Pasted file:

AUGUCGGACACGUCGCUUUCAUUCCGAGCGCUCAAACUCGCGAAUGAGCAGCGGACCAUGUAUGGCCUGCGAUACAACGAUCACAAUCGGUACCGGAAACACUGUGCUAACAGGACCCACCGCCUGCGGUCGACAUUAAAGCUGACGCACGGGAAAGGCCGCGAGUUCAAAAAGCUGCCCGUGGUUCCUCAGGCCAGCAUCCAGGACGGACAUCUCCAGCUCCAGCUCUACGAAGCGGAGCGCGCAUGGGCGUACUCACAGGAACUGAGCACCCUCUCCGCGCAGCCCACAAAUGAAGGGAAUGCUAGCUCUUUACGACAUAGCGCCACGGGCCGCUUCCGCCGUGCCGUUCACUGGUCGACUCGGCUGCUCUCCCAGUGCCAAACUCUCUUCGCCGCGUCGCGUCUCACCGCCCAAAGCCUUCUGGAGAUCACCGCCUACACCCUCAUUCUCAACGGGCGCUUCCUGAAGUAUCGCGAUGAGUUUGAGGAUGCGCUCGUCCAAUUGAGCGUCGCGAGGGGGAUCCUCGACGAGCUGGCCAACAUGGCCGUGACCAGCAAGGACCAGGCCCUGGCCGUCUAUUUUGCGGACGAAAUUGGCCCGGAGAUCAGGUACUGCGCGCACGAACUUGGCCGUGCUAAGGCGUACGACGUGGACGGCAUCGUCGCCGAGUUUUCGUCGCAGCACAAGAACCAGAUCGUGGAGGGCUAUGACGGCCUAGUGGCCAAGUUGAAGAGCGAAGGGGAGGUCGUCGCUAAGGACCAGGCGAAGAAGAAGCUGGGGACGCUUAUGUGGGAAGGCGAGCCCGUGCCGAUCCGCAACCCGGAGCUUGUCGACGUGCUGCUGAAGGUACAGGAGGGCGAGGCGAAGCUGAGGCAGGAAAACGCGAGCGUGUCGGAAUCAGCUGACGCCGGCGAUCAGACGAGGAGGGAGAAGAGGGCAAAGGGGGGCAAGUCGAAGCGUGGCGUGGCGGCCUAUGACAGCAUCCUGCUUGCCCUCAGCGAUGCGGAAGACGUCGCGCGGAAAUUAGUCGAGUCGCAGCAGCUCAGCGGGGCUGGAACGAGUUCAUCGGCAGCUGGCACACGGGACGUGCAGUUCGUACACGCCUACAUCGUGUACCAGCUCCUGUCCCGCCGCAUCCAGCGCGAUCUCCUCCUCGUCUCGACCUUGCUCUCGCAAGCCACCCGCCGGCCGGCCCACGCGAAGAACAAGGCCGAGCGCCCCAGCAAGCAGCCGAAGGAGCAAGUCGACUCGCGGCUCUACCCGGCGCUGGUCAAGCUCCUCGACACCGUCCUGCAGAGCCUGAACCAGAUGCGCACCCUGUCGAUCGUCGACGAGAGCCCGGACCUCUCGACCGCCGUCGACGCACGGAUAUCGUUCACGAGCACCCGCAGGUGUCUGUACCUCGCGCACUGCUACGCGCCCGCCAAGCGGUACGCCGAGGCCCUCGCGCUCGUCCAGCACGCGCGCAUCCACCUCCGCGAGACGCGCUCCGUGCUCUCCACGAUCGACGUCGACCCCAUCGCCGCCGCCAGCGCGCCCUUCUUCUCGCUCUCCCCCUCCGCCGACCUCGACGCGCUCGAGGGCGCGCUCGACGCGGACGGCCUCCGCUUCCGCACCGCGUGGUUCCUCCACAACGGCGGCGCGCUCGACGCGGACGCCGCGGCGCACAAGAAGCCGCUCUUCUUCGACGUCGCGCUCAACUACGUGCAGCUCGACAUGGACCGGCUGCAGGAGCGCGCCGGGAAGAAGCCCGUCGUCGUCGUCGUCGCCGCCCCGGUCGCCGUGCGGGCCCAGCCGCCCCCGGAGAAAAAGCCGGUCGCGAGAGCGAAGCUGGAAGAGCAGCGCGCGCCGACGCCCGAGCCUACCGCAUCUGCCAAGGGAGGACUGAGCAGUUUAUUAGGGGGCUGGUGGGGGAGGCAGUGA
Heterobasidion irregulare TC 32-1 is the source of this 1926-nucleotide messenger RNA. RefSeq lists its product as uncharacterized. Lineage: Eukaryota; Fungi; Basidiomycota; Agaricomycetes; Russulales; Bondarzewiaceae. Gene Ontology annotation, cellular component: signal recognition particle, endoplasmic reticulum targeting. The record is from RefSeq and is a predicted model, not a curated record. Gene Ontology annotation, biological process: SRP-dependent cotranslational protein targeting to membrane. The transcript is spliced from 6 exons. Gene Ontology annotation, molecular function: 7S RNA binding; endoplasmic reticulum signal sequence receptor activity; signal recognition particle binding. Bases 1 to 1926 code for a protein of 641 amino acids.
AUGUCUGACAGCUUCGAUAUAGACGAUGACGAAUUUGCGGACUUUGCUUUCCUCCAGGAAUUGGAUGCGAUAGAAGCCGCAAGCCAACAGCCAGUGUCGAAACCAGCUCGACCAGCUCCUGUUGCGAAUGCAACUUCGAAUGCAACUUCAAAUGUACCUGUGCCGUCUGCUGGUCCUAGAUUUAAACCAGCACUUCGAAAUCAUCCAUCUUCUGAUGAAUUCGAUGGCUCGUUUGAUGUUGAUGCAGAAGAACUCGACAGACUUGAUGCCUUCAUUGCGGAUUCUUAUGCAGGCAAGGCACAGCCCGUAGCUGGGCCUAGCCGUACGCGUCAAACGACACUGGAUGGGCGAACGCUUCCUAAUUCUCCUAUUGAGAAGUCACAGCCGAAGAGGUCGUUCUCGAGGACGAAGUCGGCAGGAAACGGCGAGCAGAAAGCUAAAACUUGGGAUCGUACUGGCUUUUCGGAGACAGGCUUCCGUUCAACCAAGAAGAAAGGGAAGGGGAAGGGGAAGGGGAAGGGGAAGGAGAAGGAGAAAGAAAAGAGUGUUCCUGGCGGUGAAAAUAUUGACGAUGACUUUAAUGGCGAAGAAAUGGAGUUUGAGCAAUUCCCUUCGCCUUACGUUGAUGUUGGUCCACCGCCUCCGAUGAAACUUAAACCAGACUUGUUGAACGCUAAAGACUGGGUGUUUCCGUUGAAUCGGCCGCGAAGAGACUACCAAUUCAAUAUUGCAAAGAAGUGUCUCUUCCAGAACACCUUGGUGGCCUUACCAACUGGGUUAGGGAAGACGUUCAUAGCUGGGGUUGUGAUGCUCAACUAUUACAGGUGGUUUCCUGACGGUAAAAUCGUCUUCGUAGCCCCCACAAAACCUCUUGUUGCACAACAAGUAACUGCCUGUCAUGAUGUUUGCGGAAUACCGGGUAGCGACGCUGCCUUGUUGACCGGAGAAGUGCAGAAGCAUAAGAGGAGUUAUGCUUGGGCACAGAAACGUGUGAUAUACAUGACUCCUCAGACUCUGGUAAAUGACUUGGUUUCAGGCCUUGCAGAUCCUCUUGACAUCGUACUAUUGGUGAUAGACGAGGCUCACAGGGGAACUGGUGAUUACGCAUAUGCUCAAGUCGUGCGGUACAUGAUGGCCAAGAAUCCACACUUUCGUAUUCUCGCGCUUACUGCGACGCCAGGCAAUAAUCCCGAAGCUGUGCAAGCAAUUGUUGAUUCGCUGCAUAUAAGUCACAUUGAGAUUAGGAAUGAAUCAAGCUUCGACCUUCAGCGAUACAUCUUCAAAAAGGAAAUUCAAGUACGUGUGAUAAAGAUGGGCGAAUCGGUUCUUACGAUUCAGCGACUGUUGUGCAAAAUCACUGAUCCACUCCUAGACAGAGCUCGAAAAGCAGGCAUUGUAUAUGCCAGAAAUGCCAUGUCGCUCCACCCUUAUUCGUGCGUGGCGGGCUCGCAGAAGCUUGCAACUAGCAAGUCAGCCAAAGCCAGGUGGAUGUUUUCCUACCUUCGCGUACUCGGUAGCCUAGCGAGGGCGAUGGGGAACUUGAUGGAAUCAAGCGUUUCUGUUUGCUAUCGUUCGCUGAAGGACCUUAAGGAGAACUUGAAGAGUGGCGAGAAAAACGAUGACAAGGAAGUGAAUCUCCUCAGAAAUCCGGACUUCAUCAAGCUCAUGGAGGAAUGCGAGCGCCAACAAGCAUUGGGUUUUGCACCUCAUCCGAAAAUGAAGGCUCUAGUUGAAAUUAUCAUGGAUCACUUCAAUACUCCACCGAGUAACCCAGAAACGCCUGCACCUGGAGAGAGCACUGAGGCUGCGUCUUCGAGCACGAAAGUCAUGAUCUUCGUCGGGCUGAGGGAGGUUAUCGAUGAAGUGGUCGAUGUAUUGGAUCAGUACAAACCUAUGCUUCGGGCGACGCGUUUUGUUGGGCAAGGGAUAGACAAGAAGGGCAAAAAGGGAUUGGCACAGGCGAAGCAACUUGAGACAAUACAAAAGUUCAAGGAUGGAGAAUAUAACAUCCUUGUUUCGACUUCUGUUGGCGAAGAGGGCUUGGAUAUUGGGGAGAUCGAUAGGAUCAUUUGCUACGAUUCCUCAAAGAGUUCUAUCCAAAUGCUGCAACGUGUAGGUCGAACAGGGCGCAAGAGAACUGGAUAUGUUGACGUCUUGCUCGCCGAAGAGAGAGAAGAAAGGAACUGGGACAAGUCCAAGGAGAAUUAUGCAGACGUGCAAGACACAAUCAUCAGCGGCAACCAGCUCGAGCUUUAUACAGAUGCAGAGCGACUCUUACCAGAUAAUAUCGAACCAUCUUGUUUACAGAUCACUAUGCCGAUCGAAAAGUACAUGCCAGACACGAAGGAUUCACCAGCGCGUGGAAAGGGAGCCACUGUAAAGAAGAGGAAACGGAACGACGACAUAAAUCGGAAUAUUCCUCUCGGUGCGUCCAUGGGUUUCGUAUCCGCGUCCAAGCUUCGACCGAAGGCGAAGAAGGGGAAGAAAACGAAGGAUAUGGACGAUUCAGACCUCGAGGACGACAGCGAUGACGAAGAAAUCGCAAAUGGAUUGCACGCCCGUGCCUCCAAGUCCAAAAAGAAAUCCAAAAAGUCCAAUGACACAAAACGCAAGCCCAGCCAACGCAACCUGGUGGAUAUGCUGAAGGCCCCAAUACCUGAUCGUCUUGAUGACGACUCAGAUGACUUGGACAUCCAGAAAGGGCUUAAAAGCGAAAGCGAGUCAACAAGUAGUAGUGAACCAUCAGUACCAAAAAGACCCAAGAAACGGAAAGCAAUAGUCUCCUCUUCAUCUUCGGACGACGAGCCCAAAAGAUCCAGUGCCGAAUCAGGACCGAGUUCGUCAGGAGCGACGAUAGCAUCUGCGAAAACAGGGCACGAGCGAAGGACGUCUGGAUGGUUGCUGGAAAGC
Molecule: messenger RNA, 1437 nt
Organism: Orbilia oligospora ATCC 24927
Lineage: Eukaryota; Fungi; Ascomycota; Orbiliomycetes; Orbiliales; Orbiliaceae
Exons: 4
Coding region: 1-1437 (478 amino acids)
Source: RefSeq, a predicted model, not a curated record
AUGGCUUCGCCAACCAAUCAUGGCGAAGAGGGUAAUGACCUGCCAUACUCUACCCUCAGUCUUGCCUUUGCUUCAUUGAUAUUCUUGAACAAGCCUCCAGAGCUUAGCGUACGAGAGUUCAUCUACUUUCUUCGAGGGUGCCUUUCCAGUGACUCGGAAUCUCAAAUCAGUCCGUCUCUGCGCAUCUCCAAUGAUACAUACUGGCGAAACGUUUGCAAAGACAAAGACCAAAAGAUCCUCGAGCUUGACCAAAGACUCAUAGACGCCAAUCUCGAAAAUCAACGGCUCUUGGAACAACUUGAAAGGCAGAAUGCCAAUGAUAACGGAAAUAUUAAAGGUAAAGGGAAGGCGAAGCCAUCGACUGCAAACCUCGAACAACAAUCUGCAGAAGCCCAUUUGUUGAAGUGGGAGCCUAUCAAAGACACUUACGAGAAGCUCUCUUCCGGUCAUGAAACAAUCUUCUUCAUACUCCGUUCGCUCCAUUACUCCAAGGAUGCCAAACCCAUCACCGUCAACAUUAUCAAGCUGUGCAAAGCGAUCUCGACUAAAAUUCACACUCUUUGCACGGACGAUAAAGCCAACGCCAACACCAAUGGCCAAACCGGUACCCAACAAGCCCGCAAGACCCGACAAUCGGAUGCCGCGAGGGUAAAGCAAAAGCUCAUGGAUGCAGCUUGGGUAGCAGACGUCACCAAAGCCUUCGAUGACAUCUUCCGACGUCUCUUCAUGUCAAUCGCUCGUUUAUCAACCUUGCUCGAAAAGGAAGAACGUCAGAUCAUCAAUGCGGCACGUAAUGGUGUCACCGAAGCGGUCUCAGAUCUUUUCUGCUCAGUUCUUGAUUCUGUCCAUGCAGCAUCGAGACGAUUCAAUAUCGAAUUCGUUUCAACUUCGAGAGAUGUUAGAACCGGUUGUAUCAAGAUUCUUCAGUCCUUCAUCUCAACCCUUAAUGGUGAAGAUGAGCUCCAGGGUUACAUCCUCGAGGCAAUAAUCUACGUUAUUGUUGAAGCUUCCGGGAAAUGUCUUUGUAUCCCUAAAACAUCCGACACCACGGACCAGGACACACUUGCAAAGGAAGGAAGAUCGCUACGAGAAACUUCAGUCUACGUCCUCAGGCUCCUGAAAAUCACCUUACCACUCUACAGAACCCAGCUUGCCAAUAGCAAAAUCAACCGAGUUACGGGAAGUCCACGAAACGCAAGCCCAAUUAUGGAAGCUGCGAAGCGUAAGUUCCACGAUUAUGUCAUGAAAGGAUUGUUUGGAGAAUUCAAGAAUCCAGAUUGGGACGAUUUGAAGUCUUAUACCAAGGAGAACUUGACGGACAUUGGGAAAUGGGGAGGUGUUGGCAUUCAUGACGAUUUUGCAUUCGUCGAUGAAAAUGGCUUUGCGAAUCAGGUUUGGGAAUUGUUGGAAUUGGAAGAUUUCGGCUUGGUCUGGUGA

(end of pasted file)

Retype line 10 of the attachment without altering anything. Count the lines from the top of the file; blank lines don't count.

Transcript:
AUGGCUUCGCCAACCAAUCAUGGCGAAGAGGGUAAUGACCUGCCAUACUCUACCCUCAGUCUUGCCUUUGCUUCAUUGAUAUUCUUGAACAAGCCUCCAGAGCUUAGCGUACGAGAGUUCAUCUACUUUCUUCGAGGGUGCCUUUCCAGUGACUCGGAAUCUCAAAUCAGUCCGUCUCUGCGCAUCUCCAAUGAUACAUACUGGCGAAACGUUUGCAAAGACAAAGACCAAAAGAUCCUCGAGCUUGACCAAAGACUCAUAGACGCCAAUCUCGAAAAUCAACGGCUCUUGGAACAACUUGAAAGGCAGAAUGCCAAUGAUAACGGAAAUAUUAAAGGUAAAGGGAAGGCGAAGCCAUCGACUGCAAACCUCGAACAACAAUCUGCAGAAGCCCAUUUGUUGAAGUGGGAGCCUAUCAAAGACACUUACGAGAAGCUCUCUUCCGGUCAUGAAACAAUCUUCUUCAUACUCCGUUCGCUCCAUUACUCCAAGGAUGCCAAACCCAUCACCGUCAACAUUAUCAAGCUGUGCAAAGCGAUCUCGACUAAAAUUCACACUCUUUGCACGGACGAUAAAGCCAACGCCAACACCAAUGGCCAAACCGGUACCCAACAAGCCCGCAAGACCCGACAAUCGGAUGCCGCGAGGGUAAAGCAAAAGCUCAUGGAUGCAGCUUGGGUAGCAGACGUCACCAAAGCCUUCGAUGACAUCUUCCGACGUCUCUUCAUGUCAAUCGCUCGUUUAUCAACCUUGCUCGAAAAGGAAGAACGUCAGAUCAUCAAUGCGGCACGUAAUGGUGUCACCGAAGCGGUCUCAGAUCUUUUCUGCUCAGUUCUUGAUUCUGUCCAUGCAGCAUCGAGACGAUUCAAUAUCGAAUUCGUUUCAACUUCGAGAGAUGUUAGAACCGGUUGUAUCAAGAUUCUUCAGUCCUUCAUCUCAACCCUUAAUGGUGAAGAUGAGCUCCAGGGUUACAUCCUCGAGGCAAUAAUCUACGUUAUUGUUGAAGCUUCCGGGAAAUGUCUUUGUAUCCCUAAAACAUCCGACACCACGGACCAGGACACACUUGCAAAGGAAGGAAGAUCGCUACGAGAAACUUCAGUCUACGUCCUCAGGCUCCUGAAAAUCACCUUACCACUCUACAGAACCCAGCUUGCCAAUAGCAAAAUCAACCGAGUUACGGGAAGUCCACGAAACGCAAGCCCAAUUAUGGAAGCUGCGAAGCGUAAGUUCCACGAUUAUGUCAUGAAAGGAUUGUUUGGAGAAUUCAAGAAUCCAGAUUGGGACGAUUUGAAGUCUUAUACCAAGGAGAACUUGACGGACAUUGGGAAAUGGGGAGGUGUUGGCAUUCAUGACGAUUUUGCAUUCGUCGAUGAAAAUGGCUUUGCGAAUCAGGUUUGGGAAUUGUUGGAAUUGGAAGAUUUCGGCUUGGUCUGGUGA